Life in 10 000 BC was hard – very hard. I'm convinced that we have no real idea of how hard our ancestors had to work just to stay alive. I'm convinced the poor souls in this programme have no real idea how hard they will have to work if they are to make it to the end of the eight weeks.

Food is the essential and they show no sign of being able to either hunt for it or forage for it. Already some people are complaining of being hungry. This is despite the gift of a deer and the results of two days foraging. Do we “moderns” really understand hunger? I suspect not (except for those unfortunates in Third World Countries – actually the third-worlders might do a better job of surviving than this hapless crew of GB's finest!).

Clothing became a real problem real soon. The unseasonably warm weather meant a plague of insects, particularly flies. And where you have flies, you will have maggots. The animal skinsthey were using as bedding became infested with maggots, so the producers replaced them with wollen blankets on Day Two.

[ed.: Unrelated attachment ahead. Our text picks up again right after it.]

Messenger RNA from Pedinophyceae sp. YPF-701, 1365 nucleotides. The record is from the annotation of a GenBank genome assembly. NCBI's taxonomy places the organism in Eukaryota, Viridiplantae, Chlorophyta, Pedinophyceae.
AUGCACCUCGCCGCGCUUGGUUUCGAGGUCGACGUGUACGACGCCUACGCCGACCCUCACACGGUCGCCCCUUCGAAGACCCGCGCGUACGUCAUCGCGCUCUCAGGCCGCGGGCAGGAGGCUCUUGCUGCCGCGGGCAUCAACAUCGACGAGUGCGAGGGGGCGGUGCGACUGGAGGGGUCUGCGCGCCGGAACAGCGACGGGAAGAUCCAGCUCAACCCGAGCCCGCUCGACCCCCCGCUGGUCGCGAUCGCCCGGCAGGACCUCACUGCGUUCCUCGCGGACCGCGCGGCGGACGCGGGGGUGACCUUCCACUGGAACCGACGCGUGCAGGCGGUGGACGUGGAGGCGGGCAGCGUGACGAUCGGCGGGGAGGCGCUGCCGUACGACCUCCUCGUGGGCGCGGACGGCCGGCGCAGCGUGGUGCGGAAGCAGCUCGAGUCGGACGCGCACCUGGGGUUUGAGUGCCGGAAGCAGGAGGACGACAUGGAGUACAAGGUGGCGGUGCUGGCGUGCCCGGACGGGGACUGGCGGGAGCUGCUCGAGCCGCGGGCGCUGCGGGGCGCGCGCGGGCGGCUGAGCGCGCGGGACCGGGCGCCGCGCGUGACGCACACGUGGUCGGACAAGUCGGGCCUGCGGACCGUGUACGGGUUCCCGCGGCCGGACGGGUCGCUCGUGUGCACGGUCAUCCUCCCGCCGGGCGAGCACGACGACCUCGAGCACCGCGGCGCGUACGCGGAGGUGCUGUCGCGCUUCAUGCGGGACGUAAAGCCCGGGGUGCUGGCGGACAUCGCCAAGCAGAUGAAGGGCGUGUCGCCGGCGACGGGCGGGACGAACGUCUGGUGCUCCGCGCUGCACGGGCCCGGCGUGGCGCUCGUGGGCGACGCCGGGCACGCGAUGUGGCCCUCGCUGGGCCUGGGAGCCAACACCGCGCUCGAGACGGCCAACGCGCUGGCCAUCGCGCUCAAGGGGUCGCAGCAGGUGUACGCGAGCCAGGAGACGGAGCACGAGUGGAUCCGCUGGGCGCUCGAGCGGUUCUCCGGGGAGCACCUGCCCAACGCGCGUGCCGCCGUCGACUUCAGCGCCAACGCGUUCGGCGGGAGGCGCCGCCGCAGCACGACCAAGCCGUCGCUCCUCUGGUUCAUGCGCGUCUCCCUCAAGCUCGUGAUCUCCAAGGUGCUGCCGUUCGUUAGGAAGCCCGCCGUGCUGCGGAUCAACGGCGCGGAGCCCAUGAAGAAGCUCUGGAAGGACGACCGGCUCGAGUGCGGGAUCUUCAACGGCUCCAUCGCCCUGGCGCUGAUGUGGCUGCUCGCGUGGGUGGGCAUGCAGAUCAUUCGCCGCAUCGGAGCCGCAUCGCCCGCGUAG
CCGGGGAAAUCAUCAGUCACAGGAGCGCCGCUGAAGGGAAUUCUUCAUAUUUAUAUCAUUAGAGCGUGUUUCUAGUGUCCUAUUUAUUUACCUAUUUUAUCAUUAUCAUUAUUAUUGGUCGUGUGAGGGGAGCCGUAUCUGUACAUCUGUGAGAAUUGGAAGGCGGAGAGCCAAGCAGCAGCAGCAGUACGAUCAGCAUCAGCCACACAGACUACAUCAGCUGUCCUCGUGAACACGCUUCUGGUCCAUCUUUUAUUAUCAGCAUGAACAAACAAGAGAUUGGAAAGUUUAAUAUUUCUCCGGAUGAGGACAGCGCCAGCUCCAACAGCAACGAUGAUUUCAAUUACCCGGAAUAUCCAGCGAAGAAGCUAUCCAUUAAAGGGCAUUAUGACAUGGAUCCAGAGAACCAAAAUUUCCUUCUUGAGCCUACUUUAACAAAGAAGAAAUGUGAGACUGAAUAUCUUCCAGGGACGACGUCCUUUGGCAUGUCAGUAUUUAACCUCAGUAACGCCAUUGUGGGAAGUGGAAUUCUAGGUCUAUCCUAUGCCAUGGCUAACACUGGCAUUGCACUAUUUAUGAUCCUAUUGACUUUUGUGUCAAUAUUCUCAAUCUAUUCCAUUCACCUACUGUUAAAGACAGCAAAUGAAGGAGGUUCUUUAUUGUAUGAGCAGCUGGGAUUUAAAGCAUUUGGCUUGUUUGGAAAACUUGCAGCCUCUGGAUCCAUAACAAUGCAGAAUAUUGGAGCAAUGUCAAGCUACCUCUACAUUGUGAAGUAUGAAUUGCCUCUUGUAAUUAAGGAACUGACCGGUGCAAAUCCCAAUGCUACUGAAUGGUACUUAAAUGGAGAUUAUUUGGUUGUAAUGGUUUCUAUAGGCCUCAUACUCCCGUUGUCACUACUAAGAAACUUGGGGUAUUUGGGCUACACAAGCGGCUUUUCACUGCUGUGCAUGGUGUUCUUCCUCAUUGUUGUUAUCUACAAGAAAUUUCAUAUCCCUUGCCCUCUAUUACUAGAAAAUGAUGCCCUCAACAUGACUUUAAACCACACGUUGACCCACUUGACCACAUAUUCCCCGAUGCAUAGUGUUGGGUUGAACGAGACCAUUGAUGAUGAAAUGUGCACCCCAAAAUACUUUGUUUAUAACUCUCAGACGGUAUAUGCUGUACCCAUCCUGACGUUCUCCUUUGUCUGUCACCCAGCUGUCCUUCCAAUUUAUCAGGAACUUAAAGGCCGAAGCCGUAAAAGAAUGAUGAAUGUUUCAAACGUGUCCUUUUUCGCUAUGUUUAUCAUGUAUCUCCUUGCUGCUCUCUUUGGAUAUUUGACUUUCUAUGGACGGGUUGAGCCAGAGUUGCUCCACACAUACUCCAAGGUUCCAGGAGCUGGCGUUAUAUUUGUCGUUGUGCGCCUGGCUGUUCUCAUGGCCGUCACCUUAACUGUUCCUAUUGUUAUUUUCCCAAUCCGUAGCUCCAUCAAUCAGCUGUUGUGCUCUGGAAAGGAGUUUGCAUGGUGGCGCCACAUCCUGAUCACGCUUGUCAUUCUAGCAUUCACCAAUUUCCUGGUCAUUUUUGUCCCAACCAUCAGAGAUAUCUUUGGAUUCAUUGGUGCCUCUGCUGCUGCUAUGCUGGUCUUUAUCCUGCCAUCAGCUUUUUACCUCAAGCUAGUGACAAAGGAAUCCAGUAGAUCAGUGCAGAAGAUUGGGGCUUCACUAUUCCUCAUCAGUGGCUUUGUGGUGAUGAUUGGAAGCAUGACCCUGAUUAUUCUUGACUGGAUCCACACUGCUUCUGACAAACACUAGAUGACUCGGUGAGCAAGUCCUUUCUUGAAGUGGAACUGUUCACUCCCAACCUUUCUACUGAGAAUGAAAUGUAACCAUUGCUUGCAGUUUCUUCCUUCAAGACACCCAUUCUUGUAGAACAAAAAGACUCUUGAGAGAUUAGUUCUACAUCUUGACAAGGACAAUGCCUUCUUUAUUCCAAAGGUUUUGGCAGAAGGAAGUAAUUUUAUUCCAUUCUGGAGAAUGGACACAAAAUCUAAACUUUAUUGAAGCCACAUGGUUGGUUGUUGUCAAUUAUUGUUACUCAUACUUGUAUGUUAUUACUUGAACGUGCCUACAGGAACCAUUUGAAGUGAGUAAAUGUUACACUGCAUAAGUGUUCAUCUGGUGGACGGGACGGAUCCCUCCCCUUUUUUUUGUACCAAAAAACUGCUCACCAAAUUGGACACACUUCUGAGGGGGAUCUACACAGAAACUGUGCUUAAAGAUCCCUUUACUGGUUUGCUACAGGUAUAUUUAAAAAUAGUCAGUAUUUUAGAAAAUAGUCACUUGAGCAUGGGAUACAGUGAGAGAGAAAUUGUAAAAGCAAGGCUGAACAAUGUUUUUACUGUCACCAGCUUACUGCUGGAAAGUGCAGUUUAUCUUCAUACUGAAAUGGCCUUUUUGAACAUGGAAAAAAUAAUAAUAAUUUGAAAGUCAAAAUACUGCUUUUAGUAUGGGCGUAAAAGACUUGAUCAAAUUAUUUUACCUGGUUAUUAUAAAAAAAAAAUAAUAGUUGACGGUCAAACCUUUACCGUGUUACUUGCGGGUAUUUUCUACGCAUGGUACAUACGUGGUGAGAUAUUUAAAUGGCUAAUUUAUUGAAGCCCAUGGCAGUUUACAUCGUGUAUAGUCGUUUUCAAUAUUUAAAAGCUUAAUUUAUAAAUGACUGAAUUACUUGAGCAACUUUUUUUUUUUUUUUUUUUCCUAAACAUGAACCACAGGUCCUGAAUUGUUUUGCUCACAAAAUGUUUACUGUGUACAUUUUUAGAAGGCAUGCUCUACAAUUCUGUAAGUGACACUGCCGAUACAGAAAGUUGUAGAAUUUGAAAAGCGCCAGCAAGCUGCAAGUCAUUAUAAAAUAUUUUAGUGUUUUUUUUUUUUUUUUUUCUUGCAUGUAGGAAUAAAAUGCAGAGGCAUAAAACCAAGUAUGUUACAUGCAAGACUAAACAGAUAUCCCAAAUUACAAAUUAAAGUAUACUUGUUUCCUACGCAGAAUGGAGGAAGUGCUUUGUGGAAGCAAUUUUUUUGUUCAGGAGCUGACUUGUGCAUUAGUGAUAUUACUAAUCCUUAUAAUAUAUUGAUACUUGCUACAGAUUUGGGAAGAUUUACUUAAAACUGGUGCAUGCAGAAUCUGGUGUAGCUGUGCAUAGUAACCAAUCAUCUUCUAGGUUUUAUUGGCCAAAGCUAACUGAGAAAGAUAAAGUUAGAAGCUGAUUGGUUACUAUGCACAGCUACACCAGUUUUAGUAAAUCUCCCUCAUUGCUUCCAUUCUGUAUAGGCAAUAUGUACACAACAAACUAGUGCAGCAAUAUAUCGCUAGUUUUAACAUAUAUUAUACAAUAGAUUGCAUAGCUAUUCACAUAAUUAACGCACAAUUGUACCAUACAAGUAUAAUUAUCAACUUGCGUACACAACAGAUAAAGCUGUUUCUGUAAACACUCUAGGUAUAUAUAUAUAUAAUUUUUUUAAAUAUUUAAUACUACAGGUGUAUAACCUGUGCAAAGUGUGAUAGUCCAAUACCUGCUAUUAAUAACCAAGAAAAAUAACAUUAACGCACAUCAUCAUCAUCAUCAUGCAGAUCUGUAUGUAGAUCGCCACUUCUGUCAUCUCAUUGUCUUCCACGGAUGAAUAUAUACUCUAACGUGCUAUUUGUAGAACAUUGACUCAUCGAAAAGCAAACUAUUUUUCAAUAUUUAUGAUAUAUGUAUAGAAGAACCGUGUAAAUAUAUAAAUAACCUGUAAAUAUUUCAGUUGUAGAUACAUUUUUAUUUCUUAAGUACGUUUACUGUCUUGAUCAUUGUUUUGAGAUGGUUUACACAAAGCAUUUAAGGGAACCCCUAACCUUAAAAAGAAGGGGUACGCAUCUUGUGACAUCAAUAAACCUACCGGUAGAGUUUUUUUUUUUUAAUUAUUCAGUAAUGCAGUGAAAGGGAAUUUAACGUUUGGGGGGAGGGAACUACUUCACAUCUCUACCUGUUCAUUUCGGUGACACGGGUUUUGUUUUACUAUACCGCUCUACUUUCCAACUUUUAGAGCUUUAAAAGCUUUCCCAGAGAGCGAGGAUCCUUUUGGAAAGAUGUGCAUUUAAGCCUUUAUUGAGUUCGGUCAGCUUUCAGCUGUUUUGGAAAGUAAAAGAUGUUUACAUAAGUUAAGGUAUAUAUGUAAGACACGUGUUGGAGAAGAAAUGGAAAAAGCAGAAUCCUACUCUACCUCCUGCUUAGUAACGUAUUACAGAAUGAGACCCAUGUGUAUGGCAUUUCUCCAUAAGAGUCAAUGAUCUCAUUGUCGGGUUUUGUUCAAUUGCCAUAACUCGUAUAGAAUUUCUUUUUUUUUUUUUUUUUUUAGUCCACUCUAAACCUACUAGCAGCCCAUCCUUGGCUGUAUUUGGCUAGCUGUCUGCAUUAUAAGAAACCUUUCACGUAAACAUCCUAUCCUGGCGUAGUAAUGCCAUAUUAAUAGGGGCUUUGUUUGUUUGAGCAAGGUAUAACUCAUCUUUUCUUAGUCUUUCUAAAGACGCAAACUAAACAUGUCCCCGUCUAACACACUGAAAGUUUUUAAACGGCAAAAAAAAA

Shelter is just about Ok for the moment, but when it gets cold they are going to experience life like our ancestors, who must have been mostly cold most of the time in the winter.

This programme focuses the mind on the journey we made to get where we are. It has been a long one. It has been a costly one. It has been one of fits and starts. But, modern man is the product of people who overcame these kind of challenges. What seems to be missing is the ability to put to one side the usual modern sensibilites. To survive our ancestors must have been fairly ruthless – especially with those who did not pull there own weight. The Bulgarian guinea pigs seem unable to do this at present. If they can't master the skill of working together they will surely fail. I look forward to the rest of the programme.